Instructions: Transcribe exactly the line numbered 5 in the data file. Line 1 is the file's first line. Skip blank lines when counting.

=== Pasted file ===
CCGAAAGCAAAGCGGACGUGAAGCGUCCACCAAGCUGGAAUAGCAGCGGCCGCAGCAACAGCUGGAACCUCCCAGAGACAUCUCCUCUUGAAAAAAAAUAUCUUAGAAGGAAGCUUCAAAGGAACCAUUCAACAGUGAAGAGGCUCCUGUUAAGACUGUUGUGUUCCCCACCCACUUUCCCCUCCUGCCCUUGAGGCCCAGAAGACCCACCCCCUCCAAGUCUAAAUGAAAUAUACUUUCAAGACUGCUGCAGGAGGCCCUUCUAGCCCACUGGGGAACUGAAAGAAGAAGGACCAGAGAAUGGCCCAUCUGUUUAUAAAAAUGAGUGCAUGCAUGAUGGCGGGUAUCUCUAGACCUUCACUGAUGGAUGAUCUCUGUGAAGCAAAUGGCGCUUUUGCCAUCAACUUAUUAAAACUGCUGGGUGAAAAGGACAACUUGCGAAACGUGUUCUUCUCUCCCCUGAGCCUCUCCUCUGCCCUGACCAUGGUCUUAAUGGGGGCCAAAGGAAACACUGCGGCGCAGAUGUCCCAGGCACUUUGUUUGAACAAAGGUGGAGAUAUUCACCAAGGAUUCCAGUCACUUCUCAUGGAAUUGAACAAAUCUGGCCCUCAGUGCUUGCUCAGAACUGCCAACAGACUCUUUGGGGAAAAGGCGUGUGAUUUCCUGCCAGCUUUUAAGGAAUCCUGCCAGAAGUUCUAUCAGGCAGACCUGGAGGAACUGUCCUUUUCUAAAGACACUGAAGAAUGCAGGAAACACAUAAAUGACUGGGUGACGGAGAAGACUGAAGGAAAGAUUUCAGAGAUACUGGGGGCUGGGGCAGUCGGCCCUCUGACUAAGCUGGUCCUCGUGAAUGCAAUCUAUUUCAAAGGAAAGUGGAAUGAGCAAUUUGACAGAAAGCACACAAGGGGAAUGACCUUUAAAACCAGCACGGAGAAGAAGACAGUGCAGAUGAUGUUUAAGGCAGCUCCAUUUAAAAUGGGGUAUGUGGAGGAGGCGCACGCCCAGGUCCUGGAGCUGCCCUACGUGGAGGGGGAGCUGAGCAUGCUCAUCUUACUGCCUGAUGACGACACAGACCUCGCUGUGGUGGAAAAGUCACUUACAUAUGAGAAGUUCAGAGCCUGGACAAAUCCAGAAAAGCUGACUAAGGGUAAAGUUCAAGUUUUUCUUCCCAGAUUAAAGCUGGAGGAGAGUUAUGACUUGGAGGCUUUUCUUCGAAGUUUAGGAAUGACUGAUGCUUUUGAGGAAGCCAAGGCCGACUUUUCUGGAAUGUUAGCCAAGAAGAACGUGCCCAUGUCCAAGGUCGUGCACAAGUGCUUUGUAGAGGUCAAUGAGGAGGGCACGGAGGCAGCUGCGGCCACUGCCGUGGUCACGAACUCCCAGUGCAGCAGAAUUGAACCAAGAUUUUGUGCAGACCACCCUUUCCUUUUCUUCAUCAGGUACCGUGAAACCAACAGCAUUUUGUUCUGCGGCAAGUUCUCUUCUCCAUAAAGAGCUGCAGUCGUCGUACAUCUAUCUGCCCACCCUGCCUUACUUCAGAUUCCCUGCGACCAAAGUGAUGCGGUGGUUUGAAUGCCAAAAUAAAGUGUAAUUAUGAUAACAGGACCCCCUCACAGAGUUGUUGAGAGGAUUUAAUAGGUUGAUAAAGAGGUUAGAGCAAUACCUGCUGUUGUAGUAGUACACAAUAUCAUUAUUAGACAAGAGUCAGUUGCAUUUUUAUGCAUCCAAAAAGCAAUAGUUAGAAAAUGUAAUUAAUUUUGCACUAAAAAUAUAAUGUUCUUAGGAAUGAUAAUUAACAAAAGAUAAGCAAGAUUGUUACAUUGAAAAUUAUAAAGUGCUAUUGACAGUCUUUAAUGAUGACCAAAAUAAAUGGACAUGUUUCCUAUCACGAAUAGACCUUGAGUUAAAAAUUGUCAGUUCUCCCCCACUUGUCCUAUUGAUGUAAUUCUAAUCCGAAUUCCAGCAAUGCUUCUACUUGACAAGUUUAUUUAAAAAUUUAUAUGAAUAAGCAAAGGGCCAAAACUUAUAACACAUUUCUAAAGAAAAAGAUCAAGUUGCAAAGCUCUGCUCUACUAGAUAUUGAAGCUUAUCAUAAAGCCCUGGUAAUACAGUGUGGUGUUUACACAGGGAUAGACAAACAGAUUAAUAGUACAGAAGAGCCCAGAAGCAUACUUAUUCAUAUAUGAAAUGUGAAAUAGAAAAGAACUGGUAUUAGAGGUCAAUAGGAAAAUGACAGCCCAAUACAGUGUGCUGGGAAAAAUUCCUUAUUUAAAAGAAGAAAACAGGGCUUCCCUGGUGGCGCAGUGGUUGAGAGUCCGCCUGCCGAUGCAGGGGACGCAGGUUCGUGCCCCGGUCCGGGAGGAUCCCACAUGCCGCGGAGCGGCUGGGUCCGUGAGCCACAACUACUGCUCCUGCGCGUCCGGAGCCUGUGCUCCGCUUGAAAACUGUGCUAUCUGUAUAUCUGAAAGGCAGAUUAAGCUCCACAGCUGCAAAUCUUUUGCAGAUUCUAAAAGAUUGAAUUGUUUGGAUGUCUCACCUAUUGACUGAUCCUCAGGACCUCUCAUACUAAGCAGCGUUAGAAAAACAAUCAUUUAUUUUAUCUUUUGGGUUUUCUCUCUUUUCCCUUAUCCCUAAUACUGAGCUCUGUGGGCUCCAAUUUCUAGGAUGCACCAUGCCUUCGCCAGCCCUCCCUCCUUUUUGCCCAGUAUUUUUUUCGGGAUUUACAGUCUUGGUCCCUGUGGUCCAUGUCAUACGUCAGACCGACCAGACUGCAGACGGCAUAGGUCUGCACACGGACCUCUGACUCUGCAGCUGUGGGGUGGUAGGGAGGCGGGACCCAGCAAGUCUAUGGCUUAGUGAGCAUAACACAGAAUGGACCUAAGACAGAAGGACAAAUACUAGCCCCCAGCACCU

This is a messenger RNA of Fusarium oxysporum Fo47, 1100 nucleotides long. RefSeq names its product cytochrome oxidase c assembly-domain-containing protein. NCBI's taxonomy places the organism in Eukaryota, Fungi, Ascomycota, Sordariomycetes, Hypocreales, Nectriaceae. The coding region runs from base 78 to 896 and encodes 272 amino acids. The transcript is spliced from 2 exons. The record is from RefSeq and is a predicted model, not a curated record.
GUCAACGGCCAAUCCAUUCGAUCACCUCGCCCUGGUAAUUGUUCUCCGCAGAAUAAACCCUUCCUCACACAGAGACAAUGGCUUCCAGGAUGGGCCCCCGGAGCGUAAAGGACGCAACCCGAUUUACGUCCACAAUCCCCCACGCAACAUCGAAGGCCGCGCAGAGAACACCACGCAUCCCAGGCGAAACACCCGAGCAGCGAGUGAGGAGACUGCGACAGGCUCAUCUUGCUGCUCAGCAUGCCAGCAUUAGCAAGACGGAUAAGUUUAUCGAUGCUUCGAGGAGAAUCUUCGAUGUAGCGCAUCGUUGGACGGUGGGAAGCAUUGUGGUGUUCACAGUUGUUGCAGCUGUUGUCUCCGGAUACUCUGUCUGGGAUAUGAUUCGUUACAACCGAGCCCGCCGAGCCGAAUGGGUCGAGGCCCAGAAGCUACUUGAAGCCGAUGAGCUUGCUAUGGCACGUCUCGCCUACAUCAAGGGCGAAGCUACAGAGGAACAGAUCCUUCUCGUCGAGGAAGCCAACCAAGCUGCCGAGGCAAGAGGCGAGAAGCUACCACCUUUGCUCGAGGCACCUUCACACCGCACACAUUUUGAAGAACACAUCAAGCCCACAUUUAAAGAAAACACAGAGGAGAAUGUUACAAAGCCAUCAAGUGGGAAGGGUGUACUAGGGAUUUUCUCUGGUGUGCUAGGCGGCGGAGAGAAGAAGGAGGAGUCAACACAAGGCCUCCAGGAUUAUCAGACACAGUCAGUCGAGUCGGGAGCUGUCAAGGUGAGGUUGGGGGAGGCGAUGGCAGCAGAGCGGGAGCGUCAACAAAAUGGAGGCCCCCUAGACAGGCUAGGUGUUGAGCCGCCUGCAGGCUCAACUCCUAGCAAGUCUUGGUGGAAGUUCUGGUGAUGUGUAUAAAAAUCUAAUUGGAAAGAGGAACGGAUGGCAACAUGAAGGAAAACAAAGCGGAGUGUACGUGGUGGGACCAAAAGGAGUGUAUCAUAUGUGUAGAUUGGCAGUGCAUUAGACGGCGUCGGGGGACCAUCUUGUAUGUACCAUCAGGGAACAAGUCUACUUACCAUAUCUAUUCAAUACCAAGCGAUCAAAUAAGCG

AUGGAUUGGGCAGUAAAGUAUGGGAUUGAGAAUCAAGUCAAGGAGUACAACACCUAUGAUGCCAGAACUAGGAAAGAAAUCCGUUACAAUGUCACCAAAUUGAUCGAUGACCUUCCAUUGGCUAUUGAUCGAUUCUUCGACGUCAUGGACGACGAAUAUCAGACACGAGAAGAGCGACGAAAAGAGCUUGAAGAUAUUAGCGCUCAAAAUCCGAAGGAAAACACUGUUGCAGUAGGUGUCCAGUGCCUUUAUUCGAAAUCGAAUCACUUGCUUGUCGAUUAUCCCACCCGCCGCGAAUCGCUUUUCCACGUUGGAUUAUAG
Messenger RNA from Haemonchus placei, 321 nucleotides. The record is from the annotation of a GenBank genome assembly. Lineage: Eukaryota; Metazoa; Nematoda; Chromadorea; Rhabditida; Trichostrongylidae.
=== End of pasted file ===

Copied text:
Messenger RNA from Haemonchus placei, 321 nucleotides. The record is from the annotation of a GenBank genome assembly. Lineage: Eukaryota; Metazoa; Nematoda; Chromadorea; Rhabditida; Trichostrongylidae.